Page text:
And then he played one of the parts for me while I played mine so I could see how they fit. Then he played another. Eventually we got through a few during that break and it was all starting to make sense.
Simple, I know, but because of everything going on at once, I couldn’t get it. This was an incredibly generous gift. His showing me this allowed me to get back in when I would lose my spot. I was no longer sitting there hopeless and looking like a fool.
This simple act of kindness (by just one person) allowed me to become acclimatized to that music. It opened a door that allowed me to use my skills and knowledge to fit in with something new and fantastic.
I later went on to fall in love with this music. I soon joined a local African Drumming Group specializing in this music and over the course of my career have performed this music all over the world.
I would go so far as to say that for many years now it has been part of my musical DNA. Without that person’s kindness, I might have walked away saying “it’s not for me”.
Just writing this story for you brings back such strong feelings and it is something I keep in mind whenever I see an opportunity for me to the generous one.
In performance with Abraham Adzenyah and the World Drums Orchestra at Expo 1998 in Lisbon, Portugal.
There is a lot of talk these days about multi-generational workplaces and how employers need to find ways to get everyone to fit together because of the differences in workplace attitudes and expectations. But I think that feeling like you belong is a very strong motivator to stay somewhere, no matter your generation. And sure it helps to have lots of apps and protocols that help people get acclimatized, but person-to-person interaction is a huge factor.
Not every kind moment is going to necessarily have the same impact as that person did on me all those years ago but, hey, it might, and wouldn’t that be cool.
Here are 5 simple things you can do:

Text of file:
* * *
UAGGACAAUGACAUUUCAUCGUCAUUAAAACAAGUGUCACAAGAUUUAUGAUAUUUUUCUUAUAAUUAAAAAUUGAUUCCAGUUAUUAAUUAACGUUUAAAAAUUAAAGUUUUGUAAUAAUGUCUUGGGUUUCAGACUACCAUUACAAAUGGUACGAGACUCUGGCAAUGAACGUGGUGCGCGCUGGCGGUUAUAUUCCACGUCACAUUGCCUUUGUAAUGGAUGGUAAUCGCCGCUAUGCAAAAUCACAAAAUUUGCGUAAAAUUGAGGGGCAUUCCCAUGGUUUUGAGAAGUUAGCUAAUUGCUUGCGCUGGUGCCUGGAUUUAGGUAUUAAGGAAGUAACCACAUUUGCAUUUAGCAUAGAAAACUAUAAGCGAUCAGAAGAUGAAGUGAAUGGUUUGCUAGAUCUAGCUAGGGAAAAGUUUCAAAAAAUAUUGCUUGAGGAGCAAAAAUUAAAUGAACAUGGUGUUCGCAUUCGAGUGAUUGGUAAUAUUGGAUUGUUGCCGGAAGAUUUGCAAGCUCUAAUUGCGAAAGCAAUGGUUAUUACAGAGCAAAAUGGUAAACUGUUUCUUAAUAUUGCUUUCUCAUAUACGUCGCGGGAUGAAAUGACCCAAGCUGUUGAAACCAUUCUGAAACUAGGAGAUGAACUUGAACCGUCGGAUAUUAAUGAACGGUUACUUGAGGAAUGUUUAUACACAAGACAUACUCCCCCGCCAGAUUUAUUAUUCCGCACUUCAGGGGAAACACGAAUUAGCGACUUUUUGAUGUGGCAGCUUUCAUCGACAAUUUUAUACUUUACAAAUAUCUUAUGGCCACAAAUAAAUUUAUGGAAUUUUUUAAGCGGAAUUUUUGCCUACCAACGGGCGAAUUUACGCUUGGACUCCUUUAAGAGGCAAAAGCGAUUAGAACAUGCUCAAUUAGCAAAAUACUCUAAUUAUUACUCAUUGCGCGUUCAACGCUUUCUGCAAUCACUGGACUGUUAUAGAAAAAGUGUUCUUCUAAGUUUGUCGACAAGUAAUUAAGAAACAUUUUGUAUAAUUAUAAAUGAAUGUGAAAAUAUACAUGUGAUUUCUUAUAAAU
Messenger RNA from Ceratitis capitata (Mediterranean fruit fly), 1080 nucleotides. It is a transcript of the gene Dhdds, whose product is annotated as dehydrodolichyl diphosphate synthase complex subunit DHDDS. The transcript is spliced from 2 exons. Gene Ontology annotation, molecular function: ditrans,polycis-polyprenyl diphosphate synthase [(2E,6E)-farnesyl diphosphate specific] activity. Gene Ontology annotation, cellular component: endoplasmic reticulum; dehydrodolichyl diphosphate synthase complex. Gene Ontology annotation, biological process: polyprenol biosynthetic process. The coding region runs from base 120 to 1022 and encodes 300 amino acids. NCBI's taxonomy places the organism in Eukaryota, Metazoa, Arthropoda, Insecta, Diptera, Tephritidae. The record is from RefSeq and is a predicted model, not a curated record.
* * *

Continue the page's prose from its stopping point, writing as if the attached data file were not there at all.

1) A smile and a few kind words
2) Offering a few tips that will make their job easier
3) Making an effort to include them in something such as an office sports pool, an after work social outing, a workplace sports team
4) Show some interest in them by asking a few questions
5) Sharing something about yourself.
As I write these few things, I look at them and say, well hey, these are just polite things to do. At one time this was just how people acted with each other but I fear with today’s corporate pressures and especially with our heads buried in our screens, it’s easy to forget to be polite.
Maybe with a student you feel that they’re not going to be here very long anyway so why bother. And if you’ve been around a while like me, it’s easy to forget what it’s like to have a first day or a first week. I hope this post makes you think back to when you were the new person.
When I deliver my corporate program at a certain point I have people improvise music together. It’s a wonderful immediate example of how a team can get stronger when they integrate with those around them. Even if the piece is solid, when a new instrument comes in, people’s heads perk up and they have to think about how to work with the new sound. They have to decide how they will interact. A new sound is never ignored. It also demonstrates that every person has something to offer no matter their level and we will only know what that is if we take the time to listen.
So the next time you see someone new at work, take a moment and say hello. They’ll appreciate it for sure but it’ll make you smile inside too as you recall the time when the new person was you!